An app maker focused on making people smile by sending users happy news articles or compliments from friends.
Austin Kevitch co-founded Brighten Labs, an app maker aimed at making people smile, after the death of dear friend. The company's first app, Brighten, which offers to dispatch compliments to their friends while they're still living was inspired by that loss. At its height, in 2015, Kevitch says the app, which is free to use, had about 2 million users. Then, in 2016, Brighten Labs got socked with a wrongful termination lawsuit from a former employee, who worked briefly at Brighten as an advisor. The matter was settled out of court, but the experience left the company battered.
Kevitch and his co-founder, Alec Lorraine, are now in the throes of a comeback with their second app, Moodboost. Launching in February 2019, the app offers users a curated "happy news story" every morning in exchange for $1 a month. According to Kevitch, it already has 10,000 users. If this app “scales anywhere near [how] Brighten did, we should generate around $5 million in revenue in year one,” he says. -- Guadalupe Gonzalez
A maker of smart shopping carts, which use image recognition and artificial intelligence technologies.
Time is money and Caper aims to save you both. The company's smart shopping carts employ cameras and sensors to transform a regular shopping cart into a checkout-free retail experience. The smart cart scans, logs, and bags items as they’re added to the cart. Then it automatically tallies the bill and charges the customer upon leaving the store. Further, an interactive screen on the Caper cart pushes alerts regarding potential deals and coupons. Caper, a Y-Combinator alumnus, has raised $3.5 million in funding from angel investors including Max Mullen, co-founder of Instacart, and Jenny Fleiss, co-founder of Rent the Runway. Helmed by four founders under 30, the company is projected to generate $11 million in 2019 revenue, thanks to pending deals which are expected put the technology in more than 100 New York-based grocery stores by the end of the year. It further expects another 100 stores to adopt the product by the end of 2020. Customers who want to try the service now can check out Caper's test store, Foodcellar Market, in Queens, New York. --Tim Crino
Provider of financial services for underbanked customers.
Where Sheena Allen grew up, in tiny Terry, Mississippi, there was but one small bank. "People cashed their checks at the grocery store" and used payday lenders and other often-predatory providers, she recalls. "We've lived the problem." She decided to solve it. She spent 2016 researching the financial industry, and then launched CapWay, which created a "social fintech" app to show your balance and transaction information, as well as to warn you if a Netflix fee will drain your account. Up next: a debit card and smartphone-enabled microloans. The revenue model--still a work in progress--involves payments from colleges using CapWay materials, and customer fees. Providing these services to the underbanked is complex, but Allen is undaunted. "We can be profitable, have a social impact—and have a great company," she says. --Maria Aspan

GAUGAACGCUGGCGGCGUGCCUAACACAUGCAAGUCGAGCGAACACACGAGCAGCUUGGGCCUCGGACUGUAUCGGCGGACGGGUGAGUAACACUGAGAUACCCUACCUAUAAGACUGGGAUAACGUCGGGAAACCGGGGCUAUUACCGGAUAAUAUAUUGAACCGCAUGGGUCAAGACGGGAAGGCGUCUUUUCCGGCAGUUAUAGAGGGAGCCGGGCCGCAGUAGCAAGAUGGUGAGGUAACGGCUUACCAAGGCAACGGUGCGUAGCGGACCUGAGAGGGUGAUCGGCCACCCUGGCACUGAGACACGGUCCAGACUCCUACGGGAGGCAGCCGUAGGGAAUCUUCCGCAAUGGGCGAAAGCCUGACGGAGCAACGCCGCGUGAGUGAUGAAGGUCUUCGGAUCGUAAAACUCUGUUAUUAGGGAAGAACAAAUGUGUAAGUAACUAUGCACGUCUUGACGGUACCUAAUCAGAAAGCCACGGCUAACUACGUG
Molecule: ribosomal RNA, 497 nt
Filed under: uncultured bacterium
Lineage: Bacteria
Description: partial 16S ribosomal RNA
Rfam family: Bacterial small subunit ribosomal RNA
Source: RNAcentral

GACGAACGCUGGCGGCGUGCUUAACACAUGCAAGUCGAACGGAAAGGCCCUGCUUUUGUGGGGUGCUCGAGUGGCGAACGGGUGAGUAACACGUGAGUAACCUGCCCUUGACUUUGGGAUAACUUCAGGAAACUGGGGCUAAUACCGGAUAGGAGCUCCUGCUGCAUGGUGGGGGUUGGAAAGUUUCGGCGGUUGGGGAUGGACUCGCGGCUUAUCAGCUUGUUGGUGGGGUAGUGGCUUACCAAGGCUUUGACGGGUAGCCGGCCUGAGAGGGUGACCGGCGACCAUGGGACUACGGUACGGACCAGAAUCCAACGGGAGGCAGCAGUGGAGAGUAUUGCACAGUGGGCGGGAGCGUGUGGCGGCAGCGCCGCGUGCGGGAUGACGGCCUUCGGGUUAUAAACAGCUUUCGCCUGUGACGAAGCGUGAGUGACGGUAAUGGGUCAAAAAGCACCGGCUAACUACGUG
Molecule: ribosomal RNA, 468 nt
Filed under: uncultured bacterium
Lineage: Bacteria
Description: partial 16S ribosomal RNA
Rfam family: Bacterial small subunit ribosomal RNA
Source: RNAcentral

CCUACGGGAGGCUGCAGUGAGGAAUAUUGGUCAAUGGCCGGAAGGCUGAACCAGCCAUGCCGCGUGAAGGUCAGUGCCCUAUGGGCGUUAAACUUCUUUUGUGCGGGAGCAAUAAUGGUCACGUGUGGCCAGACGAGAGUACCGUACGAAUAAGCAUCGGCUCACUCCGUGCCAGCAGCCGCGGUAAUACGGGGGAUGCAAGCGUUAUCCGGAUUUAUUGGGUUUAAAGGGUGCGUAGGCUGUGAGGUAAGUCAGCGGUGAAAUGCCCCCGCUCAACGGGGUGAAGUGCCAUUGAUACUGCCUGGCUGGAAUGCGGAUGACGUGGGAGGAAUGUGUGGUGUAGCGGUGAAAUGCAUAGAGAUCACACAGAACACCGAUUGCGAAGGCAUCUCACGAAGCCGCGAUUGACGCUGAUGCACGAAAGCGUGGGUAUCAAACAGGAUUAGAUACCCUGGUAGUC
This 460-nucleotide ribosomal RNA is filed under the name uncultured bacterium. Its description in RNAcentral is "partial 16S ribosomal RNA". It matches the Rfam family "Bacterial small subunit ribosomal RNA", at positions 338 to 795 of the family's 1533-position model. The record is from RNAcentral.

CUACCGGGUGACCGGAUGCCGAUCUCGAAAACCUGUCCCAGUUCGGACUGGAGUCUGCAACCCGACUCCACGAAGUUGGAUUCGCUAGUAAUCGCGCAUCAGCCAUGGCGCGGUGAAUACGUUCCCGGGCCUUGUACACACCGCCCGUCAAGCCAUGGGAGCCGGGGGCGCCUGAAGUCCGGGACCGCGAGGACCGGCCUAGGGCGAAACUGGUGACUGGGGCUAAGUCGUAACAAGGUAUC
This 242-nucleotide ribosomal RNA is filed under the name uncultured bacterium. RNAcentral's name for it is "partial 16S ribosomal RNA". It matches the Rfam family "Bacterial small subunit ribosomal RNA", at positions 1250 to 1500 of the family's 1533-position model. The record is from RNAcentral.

A booking platform for personalized videos from 10,000-plus celebrities and influencers.
In 2017, Cameo was a website for booking appearances and personalized videos by athletes. One of its first sales: a $20 video from the NFL's Cassius Marsh that a fan in Renton, Washington, bought for his daughter. The man filmed his daughter's reaction--tears of joy--and sent it to co-founder and CTO Devon Townsend and his team. It prompted them to focus entirely on videos and start inviting web personalities with rabid fan bases on to the platform. Cameo has now signed up more than 10,000 celebrities--from Ice-T to Kevin O'Leary--who charge as much as $2,500 per shoot. (The company keeps 25 percent of each booking.) Cameo is now super hot--but Townsend swears he won't sell. "I would just have a lot of money, and I would be bored," he says. "And probably try to start a company that's very, very similar to Cameo." --Cameron Albert-Deitch
A private in-home chef service for meal-prep and special occasions.
Tiana Tenent, 29, had spent five years as a financial advisor and consultant for J.P. Morgan when she realized she wanted to reconnect with her one true love: food. She was considering opening a restaurant when she met Jill Donenfeld, a now 34-year-old private chef, caterer, and cookbook author who was running a private chef placement agency. Together, they launched The Culinistas, an in-home chef service for meal-prep and private event meal production. With a focus on easing the burden of busy parents, the service--which starts at $250 plus the cost of groceries--brings a private chef into users' homes to prepare a week's worth of meals selected from a rotating menu. The service is also available for dinner parties and special occasions. The Culinistas' stable of 80 chefs work out of people's homes in New York City, Palm Beach, Aspen, and the Hamptons. The service is launching in Los Angeles in fall 2019. "There's such a personal component to it," says Tiana. "These chefs are coming into your home and changing your lives, your schedules, the way you move throughout the day." The company hit $920,000 in revenue in 2018 and expects to book $2.4 million this year. -- Brit Morse